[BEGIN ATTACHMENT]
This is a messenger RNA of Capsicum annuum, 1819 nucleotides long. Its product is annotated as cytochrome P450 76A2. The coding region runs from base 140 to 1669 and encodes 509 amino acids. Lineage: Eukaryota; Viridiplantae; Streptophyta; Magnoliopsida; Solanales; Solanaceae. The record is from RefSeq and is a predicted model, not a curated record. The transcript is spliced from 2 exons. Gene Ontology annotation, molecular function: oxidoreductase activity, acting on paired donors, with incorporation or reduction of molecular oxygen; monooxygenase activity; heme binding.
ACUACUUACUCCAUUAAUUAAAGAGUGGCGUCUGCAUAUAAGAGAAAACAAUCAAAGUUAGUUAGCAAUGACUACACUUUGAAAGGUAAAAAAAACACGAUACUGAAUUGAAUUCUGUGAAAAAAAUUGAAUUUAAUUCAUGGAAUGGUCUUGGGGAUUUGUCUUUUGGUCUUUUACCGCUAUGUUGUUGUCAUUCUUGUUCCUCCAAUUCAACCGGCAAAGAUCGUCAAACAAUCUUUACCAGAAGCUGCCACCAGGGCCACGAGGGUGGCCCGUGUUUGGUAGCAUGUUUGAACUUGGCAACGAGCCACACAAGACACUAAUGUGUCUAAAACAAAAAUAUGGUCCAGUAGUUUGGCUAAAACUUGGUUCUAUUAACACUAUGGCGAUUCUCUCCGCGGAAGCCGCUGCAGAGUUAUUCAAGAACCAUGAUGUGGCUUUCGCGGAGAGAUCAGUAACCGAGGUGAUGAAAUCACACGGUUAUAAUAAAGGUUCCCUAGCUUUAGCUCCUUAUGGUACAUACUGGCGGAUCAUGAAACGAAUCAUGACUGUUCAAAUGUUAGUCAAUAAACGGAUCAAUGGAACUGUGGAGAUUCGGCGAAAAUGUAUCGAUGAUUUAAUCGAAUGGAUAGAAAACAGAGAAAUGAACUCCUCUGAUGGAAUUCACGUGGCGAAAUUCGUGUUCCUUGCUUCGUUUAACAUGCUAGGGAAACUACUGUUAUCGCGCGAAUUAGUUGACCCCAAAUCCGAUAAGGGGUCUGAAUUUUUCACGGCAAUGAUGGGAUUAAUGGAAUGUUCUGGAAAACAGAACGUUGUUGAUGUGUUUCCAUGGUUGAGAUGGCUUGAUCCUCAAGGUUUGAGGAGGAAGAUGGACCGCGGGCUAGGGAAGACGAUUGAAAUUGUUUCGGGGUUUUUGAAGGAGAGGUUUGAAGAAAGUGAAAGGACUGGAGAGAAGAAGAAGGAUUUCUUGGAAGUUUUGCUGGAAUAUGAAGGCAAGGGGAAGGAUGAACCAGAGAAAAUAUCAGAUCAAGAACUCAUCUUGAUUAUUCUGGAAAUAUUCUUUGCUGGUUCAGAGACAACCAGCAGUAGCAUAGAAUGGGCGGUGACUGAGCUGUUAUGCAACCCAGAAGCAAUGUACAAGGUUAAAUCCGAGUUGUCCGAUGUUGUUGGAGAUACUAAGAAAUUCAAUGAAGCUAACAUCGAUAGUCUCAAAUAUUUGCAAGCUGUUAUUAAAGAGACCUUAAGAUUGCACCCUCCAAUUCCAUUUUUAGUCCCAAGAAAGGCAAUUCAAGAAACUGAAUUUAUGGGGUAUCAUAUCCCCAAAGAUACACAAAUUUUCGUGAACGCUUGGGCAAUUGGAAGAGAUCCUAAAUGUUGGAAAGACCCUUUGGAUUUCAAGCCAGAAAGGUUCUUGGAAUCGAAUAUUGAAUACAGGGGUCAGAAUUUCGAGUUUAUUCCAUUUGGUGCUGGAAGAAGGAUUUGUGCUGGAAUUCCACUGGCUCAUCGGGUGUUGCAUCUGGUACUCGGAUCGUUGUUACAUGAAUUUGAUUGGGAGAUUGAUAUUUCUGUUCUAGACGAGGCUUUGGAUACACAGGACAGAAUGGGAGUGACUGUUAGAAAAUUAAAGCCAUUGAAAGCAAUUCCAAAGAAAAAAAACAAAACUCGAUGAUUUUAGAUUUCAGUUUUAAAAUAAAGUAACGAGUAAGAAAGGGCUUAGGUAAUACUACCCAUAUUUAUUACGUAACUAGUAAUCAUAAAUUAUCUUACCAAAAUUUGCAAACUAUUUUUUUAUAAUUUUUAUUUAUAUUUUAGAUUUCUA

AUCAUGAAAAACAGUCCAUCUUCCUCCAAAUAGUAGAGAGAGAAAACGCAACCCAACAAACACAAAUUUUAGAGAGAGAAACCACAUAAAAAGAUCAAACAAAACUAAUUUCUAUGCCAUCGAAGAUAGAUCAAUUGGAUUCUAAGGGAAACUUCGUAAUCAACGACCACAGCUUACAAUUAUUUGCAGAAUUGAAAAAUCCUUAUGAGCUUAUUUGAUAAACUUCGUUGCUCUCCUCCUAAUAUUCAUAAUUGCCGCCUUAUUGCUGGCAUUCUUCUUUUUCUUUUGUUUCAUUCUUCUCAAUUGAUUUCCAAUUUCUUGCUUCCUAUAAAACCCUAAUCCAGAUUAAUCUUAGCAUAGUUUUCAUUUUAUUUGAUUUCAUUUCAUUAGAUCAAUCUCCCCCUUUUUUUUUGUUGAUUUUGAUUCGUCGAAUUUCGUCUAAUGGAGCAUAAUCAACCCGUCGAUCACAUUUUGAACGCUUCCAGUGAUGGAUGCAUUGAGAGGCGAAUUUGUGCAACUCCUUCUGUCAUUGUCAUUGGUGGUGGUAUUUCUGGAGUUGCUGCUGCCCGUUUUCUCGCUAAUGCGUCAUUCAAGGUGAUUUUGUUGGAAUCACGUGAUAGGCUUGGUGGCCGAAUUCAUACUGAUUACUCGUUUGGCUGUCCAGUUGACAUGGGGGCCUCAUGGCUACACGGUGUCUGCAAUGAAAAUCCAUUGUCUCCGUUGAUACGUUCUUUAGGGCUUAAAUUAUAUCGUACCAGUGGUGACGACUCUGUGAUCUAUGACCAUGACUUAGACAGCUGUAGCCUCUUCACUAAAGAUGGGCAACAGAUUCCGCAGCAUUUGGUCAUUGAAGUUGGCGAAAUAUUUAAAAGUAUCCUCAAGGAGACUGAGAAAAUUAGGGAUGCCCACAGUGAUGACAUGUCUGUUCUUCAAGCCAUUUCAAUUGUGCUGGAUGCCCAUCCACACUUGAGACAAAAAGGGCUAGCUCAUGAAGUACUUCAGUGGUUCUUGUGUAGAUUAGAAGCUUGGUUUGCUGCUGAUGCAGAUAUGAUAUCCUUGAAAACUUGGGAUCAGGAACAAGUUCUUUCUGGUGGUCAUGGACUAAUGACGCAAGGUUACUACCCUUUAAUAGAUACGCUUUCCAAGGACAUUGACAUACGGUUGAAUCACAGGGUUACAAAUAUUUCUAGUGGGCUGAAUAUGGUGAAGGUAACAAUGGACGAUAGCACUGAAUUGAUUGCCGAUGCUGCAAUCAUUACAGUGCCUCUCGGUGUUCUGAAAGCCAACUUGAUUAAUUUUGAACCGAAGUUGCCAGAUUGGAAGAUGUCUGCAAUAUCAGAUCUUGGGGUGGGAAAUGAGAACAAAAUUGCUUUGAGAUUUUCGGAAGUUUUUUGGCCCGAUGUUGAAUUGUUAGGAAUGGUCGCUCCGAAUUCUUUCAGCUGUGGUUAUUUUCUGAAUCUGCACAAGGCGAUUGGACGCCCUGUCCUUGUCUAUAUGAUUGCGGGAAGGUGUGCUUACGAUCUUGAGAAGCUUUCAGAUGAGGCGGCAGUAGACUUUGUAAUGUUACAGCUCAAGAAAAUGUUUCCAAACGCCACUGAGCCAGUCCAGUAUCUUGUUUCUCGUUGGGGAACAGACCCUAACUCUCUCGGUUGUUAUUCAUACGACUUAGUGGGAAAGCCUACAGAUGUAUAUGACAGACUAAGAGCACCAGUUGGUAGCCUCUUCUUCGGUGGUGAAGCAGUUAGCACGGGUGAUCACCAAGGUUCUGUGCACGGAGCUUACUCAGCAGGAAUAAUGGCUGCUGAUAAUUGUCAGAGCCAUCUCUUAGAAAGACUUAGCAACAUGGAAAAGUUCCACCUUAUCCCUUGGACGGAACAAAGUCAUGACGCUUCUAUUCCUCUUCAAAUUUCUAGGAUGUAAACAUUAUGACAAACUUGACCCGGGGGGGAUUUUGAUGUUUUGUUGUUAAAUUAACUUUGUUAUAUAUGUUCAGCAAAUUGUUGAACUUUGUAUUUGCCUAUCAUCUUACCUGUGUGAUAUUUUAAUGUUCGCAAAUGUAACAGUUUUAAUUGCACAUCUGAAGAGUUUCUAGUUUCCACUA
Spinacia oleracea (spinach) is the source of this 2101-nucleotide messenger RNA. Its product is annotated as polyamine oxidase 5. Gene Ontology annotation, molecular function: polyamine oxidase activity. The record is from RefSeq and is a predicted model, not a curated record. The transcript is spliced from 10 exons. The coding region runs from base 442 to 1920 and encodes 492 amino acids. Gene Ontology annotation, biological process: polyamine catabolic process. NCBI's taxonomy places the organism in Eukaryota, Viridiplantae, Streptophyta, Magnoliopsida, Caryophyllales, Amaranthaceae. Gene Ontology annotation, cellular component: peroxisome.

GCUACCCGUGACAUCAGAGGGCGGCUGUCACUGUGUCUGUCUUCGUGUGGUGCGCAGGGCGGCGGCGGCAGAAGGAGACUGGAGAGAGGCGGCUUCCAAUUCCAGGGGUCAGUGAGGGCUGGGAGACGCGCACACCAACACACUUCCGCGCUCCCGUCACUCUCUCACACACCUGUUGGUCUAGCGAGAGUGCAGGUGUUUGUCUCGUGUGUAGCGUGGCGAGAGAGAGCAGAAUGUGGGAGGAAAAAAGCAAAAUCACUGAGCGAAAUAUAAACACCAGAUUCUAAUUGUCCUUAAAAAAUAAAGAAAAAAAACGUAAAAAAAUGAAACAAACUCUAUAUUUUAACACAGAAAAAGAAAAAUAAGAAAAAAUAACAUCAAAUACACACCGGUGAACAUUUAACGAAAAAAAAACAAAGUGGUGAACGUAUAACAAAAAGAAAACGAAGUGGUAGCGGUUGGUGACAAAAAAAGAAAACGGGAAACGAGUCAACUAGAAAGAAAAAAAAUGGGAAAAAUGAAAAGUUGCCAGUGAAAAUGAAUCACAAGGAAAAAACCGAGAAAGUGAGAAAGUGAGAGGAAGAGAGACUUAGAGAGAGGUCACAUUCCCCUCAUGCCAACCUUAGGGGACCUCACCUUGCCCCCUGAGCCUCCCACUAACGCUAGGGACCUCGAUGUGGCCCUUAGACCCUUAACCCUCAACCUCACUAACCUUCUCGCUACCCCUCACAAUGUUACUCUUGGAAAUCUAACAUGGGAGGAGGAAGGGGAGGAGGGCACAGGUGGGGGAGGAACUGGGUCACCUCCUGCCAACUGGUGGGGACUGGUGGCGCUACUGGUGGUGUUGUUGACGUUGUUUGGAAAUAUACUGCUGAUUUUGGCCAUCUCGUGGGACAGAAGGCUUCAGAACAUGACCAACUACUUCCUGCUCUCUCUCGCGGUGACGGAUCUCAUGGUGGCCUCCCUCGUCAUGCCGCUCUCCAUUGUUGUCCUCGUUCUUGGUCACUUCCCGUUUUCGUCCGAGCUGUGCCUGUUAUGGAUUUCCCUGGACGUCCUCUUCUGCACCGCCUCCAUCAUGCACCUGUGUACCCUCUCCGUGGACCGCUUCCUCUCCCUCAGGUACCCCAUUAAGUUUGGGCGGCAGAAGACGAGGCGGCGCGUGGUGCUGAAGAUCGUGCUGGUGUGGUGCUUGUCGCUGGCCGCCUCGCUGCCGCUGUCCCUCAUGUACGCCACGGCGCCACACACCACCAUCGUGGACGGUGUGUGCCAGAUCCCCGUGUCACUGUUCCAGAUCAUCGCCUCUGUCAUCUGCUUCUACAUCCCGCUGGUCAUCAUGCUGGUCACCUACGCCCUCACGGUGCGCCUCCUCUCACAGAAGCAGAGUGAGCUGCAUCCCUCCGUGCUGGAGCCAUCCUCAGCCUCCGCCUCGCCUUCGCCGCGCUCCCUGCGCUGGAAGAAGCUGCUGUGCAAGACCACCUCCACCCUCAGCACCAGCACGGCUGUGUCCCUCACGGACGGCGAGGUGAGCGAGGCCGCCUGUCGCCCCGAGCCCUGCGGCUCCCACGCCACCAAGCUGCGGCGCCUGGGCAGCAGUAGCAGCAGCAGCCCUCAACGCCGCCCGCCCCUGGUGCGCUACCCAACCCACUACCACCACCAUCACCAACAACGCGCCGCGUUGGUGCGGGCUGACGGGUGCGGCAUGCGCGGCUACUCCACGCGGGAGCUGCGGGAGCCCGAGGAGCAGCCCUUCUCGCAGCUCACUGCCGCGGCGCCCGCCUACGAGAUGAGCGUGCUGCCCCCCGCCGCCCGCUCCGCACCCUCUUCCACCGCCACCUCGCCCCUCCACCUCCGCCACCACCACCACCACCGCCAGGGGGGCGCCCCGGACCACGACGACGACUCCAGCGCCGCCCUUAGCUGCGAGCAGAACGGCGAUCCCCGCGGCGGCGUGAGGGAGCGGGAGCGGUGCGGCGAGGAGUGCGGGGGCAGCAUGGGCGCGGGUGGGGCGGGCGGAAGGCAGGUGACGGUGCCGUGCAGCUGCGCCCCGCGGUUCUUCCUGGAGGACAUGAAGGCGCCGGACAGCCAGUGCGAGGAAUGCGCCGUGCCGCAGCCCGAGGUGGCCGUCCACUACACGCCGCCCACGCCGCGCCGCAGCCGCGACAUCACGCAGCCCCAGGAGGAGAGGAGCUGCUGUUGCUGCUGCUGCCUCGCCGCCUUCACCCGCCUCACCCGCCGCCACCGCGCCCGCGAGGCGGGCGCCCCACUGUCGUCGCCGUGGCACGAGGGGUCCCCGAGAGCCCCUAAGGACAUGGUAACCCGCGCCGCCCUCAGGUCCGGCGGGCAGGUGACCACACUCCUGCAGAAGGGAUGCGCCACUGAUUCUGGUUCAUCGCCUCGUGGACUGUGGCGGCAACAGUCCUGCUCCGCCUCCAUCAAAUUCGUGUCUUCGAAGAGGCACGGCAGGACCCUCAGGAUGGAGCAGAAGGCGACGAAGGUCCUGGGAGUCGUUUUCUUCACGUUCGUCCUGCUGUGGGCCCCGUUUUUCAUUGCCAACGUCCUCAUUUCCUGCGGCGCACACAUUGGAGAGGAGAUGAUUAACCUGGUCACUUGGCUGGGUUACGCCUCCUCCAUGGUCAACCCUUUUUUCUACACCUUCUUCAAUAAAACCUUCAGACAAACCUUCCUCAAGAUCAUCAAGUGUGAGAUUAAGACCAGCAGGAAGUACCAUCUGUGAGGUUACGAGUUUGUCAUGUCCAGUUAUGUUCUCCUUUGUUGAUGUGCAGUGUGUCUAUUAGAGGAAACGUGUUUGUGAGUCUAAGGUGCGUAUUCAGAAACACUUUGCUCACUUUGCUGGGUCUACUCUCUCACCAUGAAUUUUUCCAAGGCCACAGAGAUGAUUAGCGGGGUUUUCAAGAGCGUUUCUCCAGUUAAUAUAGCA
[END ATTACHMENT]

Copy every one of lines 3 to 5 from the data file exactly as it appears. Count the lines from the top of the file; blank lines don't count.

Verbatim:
AUCAUGAAAAACAGUCCAUCUUCCUCCAAAUAGUAGAGAGAGAAAACGCAACCCAACAAACACAAAUUUUAGAGAGAGAAACCACAUAAAAAGAUCAAACAAAACUAAUUUCUAUGCCAUCGAAGAUAGAUCAAUUGGAUUCUAAGGGAAACUUCGUAAUCAACGACCACAGCUUACAAUUAUUUGCAGAAUUGAAAAAUCCUUAUGAGCUUAUUUGAUAAACUUCGUUGCUCUCCUCCUAAUAUUCAUAAUUGCCGCCUUAUUGCUGGCAUUCUUCUUUUUCUUUUGUUUCAUUCUUCUCAAUUGAUUUCCAAUUUCUUGCUUCCUAUAAAACCCUAAUCCAGAUUAAUCUUAGCAUAGUUUUCAUUUUAUUUGAUUUCAUUUCAUUAGAUCAAUCUCCCCCUUUUUUUUUGUUGAUUUUGAUUCGUCGAAUUUCGUCUAAUGGAGCAUAAUCAACCCGUCGAUCACAUUUUGAACGCUUCCAGUGAUGGAUGCAUUGAGAGGCGAAUUUGUGCAACUCCUUCUGUCAUUGUCAUUGGUGGUGGUAUUUCUGGAGUUGCUGCUGCCCGUUUUCUCGCUAAUGCGUCAUUCAAGGUGAUUUUGUUGGAAUCACGUGAUAGGCUUGGUGGCCGAAUUCAUACUGAUUACUCGUUUGGCUGUCCAGUUGACAUGGGGGCCUCAUGGCUACACGGUGUCUGCAAUGAAAAUCCAUUGUCUCCGUUGAUACGUUCUUUAGGGCUUAAAUUAUAUCGUACCAGUGGUGACGACUCUGUGAUCUAUGACCAUGACUUAGACAGCUGUAGCCUCUUCACUAAAGAUGGGCAACAGAUUCCGCAGCAUUUGGUCAUUGAAGUUGGCGAAAUAUUUAAAAGUAUCCUCAAGGAGACUGAGAAAAUUAGGGAUGCCCACAGUGAUGACAUGUCUGUUCUUCAAGCCAUUUCAAUUGUGCUGGAUGCCCAUCCACACUUGAGACAAAAAGGGCUAGCUCAUGAAGUACUUCAGUGGUUCUUGUGUAGAUUAGAAGCUUGGUUUGCUGCUGAUGCAGAUAUGAUAUCCUUGAAAACUUGGGAUCAGGAACAAGUUCUUUCUGGUGGUCAUGGACUAAUGACGCAAGGUUACUACCCUUUAAUAGAUACGCUUUCCAAGGACAUUGACAUACGGUUGAAUCACAGGGUUACAAAUAUUUCUAGUGGGCUGAAUAUGGUGAAGGUAACAAUGGACGAUAGCACUGAAUUGAUUGCCGAUGCUGCAAUCAUUACAGUGCCUCUCGGUGUUCUGAAAGCCAACUUGAUUAAUUUUGAACCGAAGUUGCCAGAUUGGAAGAUGUCUGCAAUAUCAGAUCUUGGGGUGGGAAAUGAGAACAAAAUUGCUUUGAGAUUUUCGGAAGUUUUUUGGCCCGAUGUUGAAUUGUUAGGAAUGGUCGCUCCGAAUUCUUUCAGCUGUGGUUAUUUUCUGAAUCUGCACAAGGCGAUUGGACGCCCUGUCCUUGUCUAUAUGAUUGCGGGAAGGUGUGCUUACGAUCUUGAGAAGCUUUCAGAUGAGGCGGCAGUAGACUUUGUAAUGUUACAGCUCAAGAAAAUGUUUCCAAACGCCACUGAGCCAGUCCAGUAUCUUGUUUCUCGUUGGGGAACAGACCCUAACUCUCUCGGUUGUUAUUCAUACGACUUAGUGGGAAAGCCUACAGAUGUAUAUGACAGACUAAGAGCACCAGUUGGUAGCCUCUUCUUCGGUGGUGAAGCAGUUAGCACGGGUGAUCACCAAGGUUCUGUGCACGGAGCUUACUCAGCAGGAAUAAUGGCUGCUGAUAAUUGUCAGAGCCAUCUCUUAGAAAGACUUAGCAACAUGGAAAAGUUCCACCUUAUCCCUUGGACGGAACAAAGUCAUGACGCUUCUAUUCCUCUUCAAAUUUCUAGGAUGUAAACAUUAUGACAAACUUGACCCGGGGGGGAUUUUGAUGUUUUGUUGUUAAAUUAACUUUGUUAUAUAUGUUCAGCAAAUUGUUGAACUUUGUAUUUGCCUAUCAUCUUACCUGUGUGAUAUUUUAAUGUUCGCAAAUGUAACAGUUUUAAUUGCACAUCUGAAGAGUUUCUAGUUUCCACUA
Spinacia oleracea (spinach) is the source of this 2101-nucleotide messenger RNA. Its product is annotated as polyamine oxidase 5. Gene Ontology annotation, molecular function: polyamine oxidase activity. The record is from RefSeq and is a predicted model, not a curated record. The transcript is spliced from 10 exons. The coding region runs from base 442 to 1920 and encodes 492 amino acids. Gene Ontology annotation, biological process: polyamine catabolic process. NCBI's taxonomy places the organism in Eukaryota, Viridiplantae, Streptophyta, Magnoliopsida, Caryophyllales, Amaranthaceae. Gene Ontology annotation, cellular component: peroxisome.

GCUACCCGUGACAUCAGAGGGCGGCUGUCACUGUGUCUGUCUUCGUGUGGUGCGCAGGGCGGCGGCGGCAGAAGGAGACUGGAGAGAGGCGGCUUCCAAUUCCAGGGGUCAGUGAGGGCUGGGAGACGCGCACACCAACACACUUCCGCGCUCCCGUCACUCUCUCACACACCUGUUGGUCUAGCGAGAGUGCAGGUGUUUGUCUCGUGUGUAGCGUGGCGAGAGAGAGCAGAAUGUGGGAGGAAAAAAGCAAAAUCACUGAGCGAAAUAUAAACACCAGAUUCUAAUUGUCCUUAAAAAAUAAAGAAAAAAAACGUAAAAAAAUGAAACAAACUCUAUAUUUUAACACAGAAAAAGAAAAAUAAGAAAAAAUAACAUCAAAUACACACCGGUGAACAUUUAACGAAAAAAAAACAAAGUGGUGAACGUAUAACAAAAAGAAAACGAAGUGGUAGCGGUUGGUGACAAAAAAAGAAAACGGGAAACGAGUCAACUAGAAAGAAAAAAAAUGGGAAAAAUGAAAAGUUGCCAGUGAAAAUGAAUCACAAGGAAAAAACCGAGAAAGUGAGAAAGUGAGAGGAAGAGAGACUUAGAGAGAGGUCACAUUCCCCUCAUGCCAACCUUAGGGGACCUCACCUUGCCCCCUGAGCCUCCCACUAACGCUAGGGACCUCGAUGUGGCCCUUAGACCCUUAACCCUCAACCUCACUAACCUUCUCGCUACCCCUCACAAUGUUACUCUUGGAAAUCUAACAUGGGAGGAGGAAGGGGAGGAGGGCACAGGUGGGGGAGGAACUGGGUCACCUCCUGCCAACUGGUGGGGACUGGUGGCGCUACUGGUGGUGUUGUUGACGUUGUUUGGAAAUAUACUGCUGAUUUUGGCCAUCUCGUGGGACAGAAGGCUUCAGAACAUGACCAACUACUUCCUGCUCUCUCUCGCGGUGACGGAUCUCAUGGUGGCCUCCCUCGUCAUGCCGCUCUCCAUUGUUGUCCUCGUUCUUGGUCACUUCCCGUUUUCGUCCGAGCUGUGCCUGUUAUGGAUUUCCCUGGACGUCCUCUUCUGCACCGCCUCCAUCAUGCACCUGUGUACCCUCUCCGUGGACCGCUUCCUCUCCCUCAGGUACCCCAUUAAGUUUGGGCGGCAGAAGACGAGGCGGCGCGUGGUGCUGAAGAUCGUGCUGGUGUGGUGCUUGUCGCUGGCCGCCUCGCUGCCGCUGUCCCUCAUGUACGCCACGGCGCCACACACCACCAUCGUGGACGGUGUGUGCCAGAUCCCCGUGUCACUGUUCCAGAUCAUCGCCUCUGUCAUCUGCUUCUACAUCCCGCUGGUCAUCAUGCUGGUCACCUACGCCCUCACGGUGCGCCUCCUCUCACAGAAGCAGAGUGAGCUGCAUCCCUCCGUGCUGGAGCCAUCCUCAGCCUCCGCCUCGCCUUCGCCGCGCUCCCUGCGCUGGAAGAAGCUGCUGUGCAAGACCACCUCCACCCUCAGCACCAGCACGGCUGUGUCCCUCACGGACGGCGAGGUGAGCGAGGCCGCCUGUCGCCCCGAGCCCUGCGGCUCCCACGCCACCAAGCUGCGGCGCCUGGGCAGCAGUAGCAGCAGCAGCCCUCAACGCCGCCCGCCCCUGGUGCGCUACCCAACCCACUACCACCACCAUCACCAACAACGCGCCGCGUUGGUGCGGGCUGACGGGUGCGGCAUGCGCGGCUACUCCACGCGGGAGCUGCGGGAGCCCGAGGAGCAGCCCUUCUCGCAGCUCACUGCCGCGGCGCCCGCCUACGAGAUGAGCGUGCUGCCCCCCGCCGCCCGCUCCGCACCCUCUUCCACCGCCACCUCGCCCCUCCACCUCCGCCACCACCACCACCACCGCCAGGGGGGCGCCCCGGACCACGACGACGACUCCAGCGCCGCCCUUAGCUGCGAGCAGAACGGCGAUCCCCGCGGCGGCGUGAGGGAGCGGGAGCGGUGCGGCGAGGAGUGCGGGGGCAGCAUGGGCGCGGGUGGGGCGGGCGGAAGGCAGGUGACGGUGCCGUGCAGCUGCGCCCCGCGGUUCUUCCUGGAGGACAUGAAGGCGCCGGACAGCCAGUGCGAGGAAUGCGCCGUGCCGCAGCCCGAGGUGGCCGUCCACUACACGCCGCCCACGCCGCGCCGCAGCCGCGACAUCACGCAGCCCCAGGAGGAGAGGAGCUGCUGUUGCUGCUGCUGCCUCGCCGCCUUCACCCGCCUCACCCGCCGCCACCGCGCCCGCGAGGCGGGCGCCCCACUGUCGUCGCCGUGGCACGAGGGGUCCCCGAGAGCCCCUAAGGACAUGGUAACCCGCGCCGCCCUCAGGUCCGGCGGGCAGGUGACCACACUCCUGCAGAAGGGAUGCGCCACUGAUUCUGGUUCAUCGCCUCGUGGACUGUGGCGGCAACAGUCCUGCUCCGCCUCCAUCAAAUUCGUGUCUUCGAAGAGGCACGGCAGGACCCUCAGGAUGGAGCAGAAGGCGACGAAGGUCCUGGGAGUCGUUUUCUUCACGUUCGUCCUGCUGUGGGCCCCGUUUUUCAUUGCCAACGUCCUCAUUUCCUGCGGCGCACACAUUGGAGAGGAGAUGAUUAACCUGGUCACUUGGCUGGGUUACGCCUCCUCCAUGGUCAACCCUUUUUUCUACACCUUCUUCAAUAAAACCUUCAGACAAACCUUCCUCAAGAUCAUCAAGUGUGAGAUUAAGACCAGCAGGAAGUACCAUCUGUGAGGUUACGAGUUUGUCAUGUCCAGUUAUGUUCUCCUUUGUUGAUGUGCAGUGUGUCUAUUAGAGGAAACGUGUUUGUGAGUCUAAGGUGCGUAUUCAGAAACACUUUGCUCACUUUGCUGGGUCUACUCUCUCACCAUGAAUUUUUCCAAGGCCACAGAGAUGAUUAGCGGGGUUUUCAAGAGCGUUUCUCCAGUUAAUAUAGCA